Figure 9. Non-metric multidimensional scaling (NMDS) ordination of prey assemblage structure based on year, season, and bloom condition during red tide events during 2004–2019 in Sarasota Bay, Florida. Symbols: = summer red tide conditions, orange convex hull; = summer non-red tide conditions, gray convex hull; = winter red tide conditions, blue convex hull; = winter non-red tide conditions, gray convex hull.
Multivariate homogeneity of group dispersion analysis indicated no significant differences in dispersion between bloom periods, however significant differences in dispersion were found between seasons, indicating greater variation in prey composition in winter than in summer (Table 4). PERMANOVA analysis revealed significant effects of season, bloom periods, and the season:bloom period interaction on prey assemblage composition. The CAP ordination better explained the significant season:bloom period interaction effect (ANOVA permutation test: F = 12.688, p = 0.001) (Supplementary Figure 1). While sample sites discriminated along CAP2 and summer samples separated from winter samples along CAP1, the degree of separation during non-red tide/red tide conditions in the summer is much greater than seen during the winter. The first and second CAP ordination axes explained between 43.5 and 5.9% of the variation in prey composition data, with a total of 52.0% of the prey abundance data explained by the three canonical axes. SIMPER analysis carried out on the prey assemblage revealed that differences between non-red tide and red tide CPUEs during the summer months were best explained by pigfish (9.7%), pinfish (9.4%), and clupeids (Atlantic threadfin herring [5.0%], scaled sardine [4.3%]; 9.3% total contribution) (Table 5). These 4 species contributed 28.5% to the dissimilarity between non-red tide and red tide CPUEs during the summer months. During the winter months, dissimilarity was best explained by pinfish (7.6%), clupeids (scaled sardine [6.5%] and Atlantic threadfin herring [5.5%]), and spotted seatrout (3.3%), contributing a total of 23.1% to the dissimilarity combined. In the summer months, all non-clupeid prey species decreased in abundance during red tide conditions, while all clupeid species increased in abundance. In the winter, 4 of the 10 prey species increased in abundance during red tide conditions, including scaled sardine, Atlantic threadfin herring, spotted seatrout, and mullet. These results support and lend further insight into the results of the NMDS analysis.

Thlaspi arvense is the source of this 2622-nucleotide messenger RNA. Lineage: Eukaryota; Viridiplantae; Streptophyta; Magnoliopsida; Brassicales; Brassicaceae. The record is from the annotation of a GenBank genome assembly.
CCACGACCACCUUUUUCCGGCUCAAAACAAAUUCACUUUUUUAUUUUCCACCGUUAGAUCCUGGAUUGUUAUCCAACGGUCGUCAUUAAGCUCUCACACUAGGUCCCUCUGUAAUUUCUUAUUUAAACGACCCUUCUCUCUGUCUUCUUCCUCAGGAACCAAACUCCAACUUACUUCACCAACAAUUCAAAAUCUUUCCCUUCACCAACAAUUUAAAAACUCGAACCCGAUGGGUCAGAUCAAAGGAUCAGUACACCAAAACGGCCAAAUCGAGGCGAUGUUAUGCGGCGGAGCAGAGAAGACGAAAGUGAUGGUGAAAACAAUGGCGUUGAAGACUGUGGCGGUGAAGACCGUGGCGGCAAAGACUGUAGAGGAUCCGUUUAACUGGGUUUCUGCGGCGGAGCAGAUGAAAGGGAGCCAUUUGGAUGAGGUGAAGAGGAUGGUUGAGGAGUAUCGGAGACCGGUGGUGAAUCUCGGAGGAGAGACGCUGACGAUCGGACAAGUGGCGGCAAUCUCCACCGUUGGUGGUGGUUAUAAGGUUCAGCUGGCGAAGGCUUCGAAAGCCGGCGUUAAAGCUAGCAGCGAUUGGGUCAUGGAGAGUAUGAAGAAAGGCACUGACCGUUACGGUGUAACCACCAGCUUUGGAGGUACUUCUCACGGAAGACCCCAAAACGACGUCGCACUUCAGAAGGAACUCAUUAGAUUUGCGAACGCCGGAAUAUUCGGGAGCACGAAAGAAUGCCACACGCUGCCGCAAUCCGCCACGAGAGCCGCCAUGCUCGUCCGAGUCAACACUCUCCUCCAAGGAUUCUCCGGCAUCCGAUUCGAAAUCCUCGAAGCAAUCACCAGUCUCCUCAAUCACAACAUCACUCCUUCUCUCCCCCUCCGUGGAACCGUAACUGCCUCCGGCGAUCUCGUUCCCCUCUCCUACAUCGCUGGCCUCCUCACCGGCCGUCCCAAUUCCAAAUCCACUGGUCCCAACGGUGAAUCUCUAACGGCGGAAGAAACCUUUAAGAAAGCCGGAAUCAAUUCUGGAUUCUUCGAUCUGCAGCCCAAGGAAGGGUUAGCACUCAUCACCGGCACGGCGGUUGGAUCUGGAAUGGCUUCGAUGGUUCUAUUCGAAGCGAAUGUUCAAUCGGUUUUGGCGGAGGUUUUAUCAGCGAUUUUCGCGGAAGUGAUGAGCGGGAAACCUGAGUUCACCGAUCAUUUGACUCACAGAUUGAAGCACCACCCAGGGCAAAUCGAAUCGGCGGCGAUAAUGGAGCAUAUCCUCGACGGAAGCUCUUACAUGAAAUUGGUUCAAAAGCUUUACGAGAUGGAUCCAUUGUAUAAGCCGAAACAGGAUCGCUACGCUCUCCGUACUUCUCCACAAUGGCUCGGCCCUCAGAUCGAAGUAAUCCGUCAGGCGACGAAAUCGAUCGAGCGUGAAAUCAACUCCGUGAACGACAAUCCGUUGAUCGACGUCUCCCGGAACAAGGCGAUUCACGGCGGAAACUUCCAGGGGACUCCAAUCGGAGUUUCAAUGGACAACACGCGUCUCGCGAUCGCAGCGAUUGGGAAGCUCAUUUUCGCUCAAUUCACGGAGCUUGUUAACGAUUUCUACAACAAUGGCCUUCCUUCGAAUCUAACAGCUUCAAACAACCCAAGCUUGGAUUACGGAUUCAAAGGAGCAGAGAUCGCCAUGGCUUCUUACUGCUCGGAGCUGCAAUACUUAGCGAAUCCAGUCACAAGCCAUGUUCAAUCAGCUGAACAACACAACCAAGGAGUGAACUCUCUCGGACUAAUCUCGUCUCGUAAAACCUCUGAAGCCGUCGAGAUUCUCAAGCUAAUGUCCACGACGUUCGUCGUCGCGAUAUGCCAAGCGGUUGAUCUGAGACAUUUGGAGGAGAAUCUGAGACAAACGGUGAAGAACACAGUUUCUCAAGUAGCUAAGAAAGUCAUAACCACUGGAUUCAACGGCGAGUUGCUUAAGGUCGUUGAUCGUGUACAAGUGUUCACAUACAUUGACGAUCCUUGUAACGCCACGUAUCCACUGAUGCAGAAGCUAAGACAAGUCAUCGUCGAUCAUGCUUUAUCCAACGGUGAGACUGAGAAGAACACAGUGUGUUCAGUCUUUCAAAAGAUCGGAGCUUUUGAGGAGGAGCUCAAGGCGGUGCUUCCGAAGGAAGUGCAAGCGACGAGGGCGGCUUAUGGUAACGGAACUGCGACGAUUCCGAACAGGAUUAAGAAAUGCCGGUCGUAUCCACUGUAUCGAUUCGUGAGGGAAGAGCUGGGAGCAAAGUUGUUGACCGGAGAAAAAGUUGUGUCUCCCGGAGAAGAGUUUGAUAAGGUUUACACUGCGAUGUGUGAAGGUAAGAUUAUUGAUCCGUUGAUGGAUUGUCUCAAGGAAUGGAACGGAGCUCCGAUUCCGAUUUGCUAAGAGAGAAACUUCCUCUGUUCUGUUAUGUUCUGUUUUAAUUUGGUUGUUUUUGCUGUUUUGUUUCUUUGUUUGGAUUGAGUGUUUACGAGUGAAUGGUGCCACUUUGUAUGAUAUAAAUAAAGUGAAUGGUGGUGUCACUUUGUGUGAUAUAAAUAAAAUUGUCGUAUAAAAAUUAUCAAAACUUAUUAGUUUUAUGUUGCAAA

Table 4. Homogeneity of group dispersion and permutational multivariate analysis of variance (PERMANOVA) results of prey community structure in the Sarasota Bay study area, from 2004 to 2019, in relation to bloom condition and season.
Table 5. Summary of similarity of percentage (SIMPER) analyses comparing the difference in prey assemblage composition between non-bloom and bloom conditions during each season, 2004–2019.